Coal is a combustible, sedimentary, organic rock composed primarily of carbon, hydrogen and oxygen. It is the world’s leading source of power generation, comprising about 38% of electricity use globally. Power plants make steam by burning coal, and the steam turns turbines to generate electricity. Not only does coal provide electricity, it is also an essential fuel for steel and cement production, and other industrial activities. The United States has the largest supply of coal reserves in the world. According to the Department of Energy, based on 2017 U.S. coal production of about 780 million tons, these reserves would last about 325 years.
About 700 million short tons of coal are consumed in the United States each year, equal to about 14% of total U.S. energy consumption. The vast majority of this—over 90%--is used for electricity generation. Coal remains the second-largest source of electricity generation in the U.S., meeting about 30% of annual demand. Significant amounts of coal are also used by industry to power manufacturing processes or as a direct input. For example, the concrete and paper industries consume large amounts of coal to produce heat, and the steel industry uses “coking coal” to smelt iron ore into iron to make steel.
Working together with state and federal regulators, coal producers and the electricity generators have made dramatic strides addressing environmental issues associated with coal. Utility owners have invested nearly $130 billion in emissions control technologies, and as a result, emissions per kilowatt-hour of generation of key pollutants (SO2, NOx, and PM) have been reduced by 93% since 1970. These investments are an important reason that America’s air quality has steadily improved, and is now among the c and around the world, coal is recognized as an affordable, reliable source of electricity that is certain to remain an important part of the energy mix for years to come. Since 2000, total worldwide installed capacity of coal-fired power plants has grown by 62%, and now exceeds 2,000 gigawatts. This growth is occurring primarily in developing countries, where more than 1 billion people still lack access to electricity and the life-saving services it provides. As International Energy Agency head Fatih Birol has stated, coal is “the fuel underpinning the rapid industrialization of emerging economies, helping to raise living standards and lift hundreds of millions of people out of energy poverty.”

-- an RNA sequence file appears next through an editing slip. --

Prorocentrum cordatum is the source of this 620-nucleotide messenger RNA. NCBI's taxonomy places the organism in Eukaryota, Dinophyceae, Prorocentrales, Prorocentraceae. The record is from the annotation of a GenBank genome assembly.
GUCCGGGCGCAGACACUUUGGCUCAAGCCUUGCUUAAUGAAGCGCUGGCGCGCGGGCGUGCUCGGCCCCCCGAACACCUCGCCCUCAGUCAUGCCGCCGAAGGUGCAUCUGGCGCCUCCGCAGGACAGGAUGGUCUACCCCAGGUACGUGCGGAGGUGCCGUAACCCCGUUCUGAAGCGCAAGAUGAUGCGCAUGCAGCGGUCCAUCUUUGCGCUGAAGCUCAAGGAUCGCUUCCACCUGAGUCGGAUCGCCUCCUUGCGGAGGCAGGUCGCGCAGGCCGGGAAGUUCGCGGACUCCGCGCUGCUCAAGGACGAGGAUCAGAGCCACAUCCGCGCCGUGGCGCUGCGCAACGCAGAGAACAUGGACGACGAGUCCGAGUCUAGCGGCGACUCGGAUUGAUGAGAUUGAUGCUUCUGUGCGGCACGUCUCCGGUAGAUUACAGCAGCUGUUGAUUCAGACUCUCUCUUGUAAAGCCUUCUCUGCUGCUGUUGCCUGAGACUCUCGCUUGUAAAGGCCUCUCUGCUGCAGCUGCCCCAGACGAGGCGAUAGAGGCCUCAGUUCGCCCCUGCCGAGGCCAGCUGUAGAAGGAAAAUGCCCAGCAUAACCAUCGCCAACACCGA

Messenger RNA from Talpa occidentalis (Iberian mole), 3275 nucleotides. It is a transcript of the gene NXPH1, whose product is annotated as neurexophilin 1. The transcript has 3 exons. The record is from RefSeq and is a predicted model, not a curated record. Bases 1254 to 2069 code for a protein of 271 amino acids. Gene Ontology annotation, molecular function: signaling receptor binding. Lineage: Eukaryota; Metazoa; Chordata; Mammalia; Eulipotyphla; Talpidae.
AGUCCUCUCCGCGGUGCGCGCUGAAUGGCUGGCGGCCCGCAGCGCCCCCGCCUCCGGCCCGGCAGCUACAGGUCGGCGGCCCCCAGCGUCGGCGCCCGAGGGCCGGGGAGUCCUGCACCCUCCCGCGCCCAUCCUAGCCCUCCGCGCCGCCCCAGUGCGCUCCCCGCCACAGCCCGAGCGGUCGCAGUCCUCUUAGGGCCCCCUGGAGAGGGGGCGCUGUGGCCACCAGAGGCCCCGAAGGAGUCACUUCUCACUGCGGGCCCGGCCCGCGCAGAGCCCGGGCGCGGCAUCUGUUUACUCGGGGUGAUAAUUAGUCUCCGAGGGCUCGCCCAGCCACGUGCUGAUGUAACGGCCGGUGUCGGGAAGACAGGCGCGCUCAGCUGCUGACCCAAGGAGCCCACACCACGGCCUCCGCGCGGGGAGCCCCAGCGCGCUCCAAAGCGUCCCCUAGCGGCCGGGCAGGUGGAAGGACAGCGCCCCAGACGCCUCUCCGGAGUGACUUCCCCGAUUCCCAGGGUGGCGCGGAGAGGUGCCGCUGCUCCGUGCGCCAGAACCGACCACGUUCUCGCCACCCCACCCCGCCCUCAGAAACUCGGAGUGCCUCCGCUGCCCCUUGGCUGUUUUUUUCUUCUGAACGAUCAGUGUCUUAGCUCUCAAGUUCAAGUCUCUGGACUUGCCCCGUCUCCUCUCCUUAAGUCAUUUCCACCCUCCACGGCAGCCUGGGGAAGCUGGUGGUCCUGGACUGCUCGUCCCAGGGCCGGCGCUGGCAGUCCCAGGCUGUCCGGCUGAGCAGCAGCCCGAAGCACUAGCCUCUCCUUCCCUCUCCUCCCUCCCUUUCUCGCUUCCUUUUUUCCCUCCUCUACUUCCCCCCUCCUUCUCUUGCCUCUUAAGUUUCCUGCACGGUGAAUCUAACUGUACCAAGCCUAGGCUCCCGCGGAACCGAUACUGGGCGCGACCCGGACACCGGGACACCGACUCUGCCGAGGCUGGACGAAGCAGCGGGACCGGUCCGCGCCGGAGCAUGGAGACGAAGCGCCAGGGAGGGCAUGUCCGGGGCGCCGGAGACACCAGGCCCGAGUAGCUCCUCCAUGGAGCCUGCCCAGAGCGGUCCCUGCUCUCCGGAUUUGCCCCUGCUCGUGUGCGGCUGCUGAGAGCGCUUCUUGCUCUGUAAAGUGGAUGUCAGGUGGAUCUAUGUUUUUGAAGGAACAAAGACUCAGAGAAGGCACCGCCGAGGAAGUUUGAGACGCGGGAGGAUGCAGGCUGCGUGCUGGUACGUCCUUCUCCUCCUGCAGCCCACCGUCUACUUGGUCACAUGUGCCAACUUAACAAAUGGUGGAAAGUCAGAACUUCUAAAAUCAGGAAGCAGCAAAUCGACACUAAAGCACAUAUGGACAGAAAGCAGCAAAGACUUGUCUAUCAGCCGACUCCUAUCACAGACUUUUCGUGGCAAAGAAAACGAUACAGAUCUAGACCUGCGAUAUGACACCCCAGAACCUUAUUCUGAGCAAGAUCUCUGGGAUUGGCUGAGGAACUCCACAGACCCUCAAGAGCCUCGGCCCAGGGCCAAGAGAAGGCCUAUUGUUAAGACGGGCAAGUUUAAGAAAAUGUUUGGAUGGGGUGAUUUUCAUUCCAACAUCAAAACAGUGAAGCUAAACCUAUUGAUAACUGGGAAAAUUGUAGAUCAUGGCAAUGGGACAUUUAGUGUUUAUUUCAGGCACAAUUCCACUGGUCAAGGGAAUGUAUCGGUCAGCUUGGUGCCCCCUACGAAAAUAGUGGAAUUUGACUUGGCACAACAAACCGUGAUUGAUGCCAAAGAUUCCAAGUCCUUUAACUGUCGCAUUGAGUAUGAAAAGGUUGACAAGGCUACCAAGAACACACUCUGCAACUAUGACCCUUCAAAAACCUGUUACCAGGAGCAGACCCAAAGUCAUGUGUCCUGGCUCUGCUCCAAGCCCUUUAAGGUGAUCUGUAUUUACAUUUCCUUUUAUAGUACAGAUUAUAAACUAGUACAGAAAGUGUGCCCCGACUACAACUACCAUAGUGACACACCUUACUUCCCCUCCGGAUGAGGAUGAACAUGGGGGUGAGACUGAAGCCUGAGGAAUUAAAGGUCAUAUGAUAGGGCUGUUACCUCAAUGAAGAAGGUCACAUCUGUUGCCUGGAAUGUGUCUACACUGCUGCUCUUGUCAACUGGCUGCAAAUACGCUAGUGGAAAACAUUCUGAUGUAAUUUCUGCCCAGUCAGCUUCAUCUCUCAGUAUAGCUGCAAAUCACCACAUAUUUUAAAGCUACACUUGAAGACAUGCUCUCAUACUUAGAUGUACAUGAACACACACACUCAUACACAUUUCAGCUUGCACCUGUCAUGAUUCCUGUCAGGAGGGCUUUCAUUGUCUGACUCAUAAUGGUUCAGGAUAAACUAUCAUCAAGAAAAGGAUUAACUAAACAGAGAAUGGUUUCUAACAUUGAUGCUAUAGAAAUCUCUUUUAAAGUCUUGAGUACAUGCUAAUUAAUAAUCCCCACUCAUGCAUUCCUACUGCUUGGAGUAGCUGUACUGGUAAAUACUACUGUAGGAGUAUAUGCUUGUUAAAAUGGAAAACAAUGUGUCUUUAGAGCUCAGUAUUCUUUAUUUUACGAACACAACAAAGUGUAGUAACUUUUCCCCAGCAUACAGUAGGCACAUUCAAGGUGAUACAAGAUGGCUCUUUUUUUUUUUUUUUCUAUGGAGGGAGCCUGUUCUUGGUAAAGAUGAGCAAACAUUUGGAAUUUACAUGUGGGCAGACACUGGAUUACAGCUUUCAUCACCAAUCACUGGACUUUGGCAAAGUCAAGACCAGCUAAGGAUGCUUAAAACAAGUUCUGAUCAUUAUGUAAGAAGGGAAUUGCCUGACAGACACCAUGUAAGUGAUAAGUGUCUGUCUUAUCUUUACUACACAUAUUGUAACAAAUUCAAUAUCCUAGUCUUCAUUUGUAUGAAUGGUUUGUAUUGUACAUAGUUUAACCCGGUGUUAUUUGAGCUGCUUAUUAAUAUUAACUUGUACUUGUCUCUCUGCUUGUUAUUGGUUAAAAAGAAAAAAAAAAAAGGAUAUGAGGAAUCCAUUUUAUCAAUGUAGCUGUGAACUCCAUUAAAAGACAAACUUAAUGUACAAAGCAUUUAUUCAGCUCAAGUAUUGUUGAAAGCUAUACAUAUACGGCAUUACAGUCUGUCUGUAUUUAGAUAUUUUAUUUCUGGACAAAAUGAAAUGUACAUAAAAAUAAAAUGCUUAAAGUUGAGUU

American energy resources such as coal are playing a key role in enabling this important social progress, delivering low-cost energy to electricity consumers around the world. Unfortunately, a lack of export infrastructure and prohibitions on access to various financing opportunities is limiting such opportunities. GEI is working to address obstacles such as these and continues to advance clean and responsible use of affordable resources such as coal, both here in the U.S. and around the world.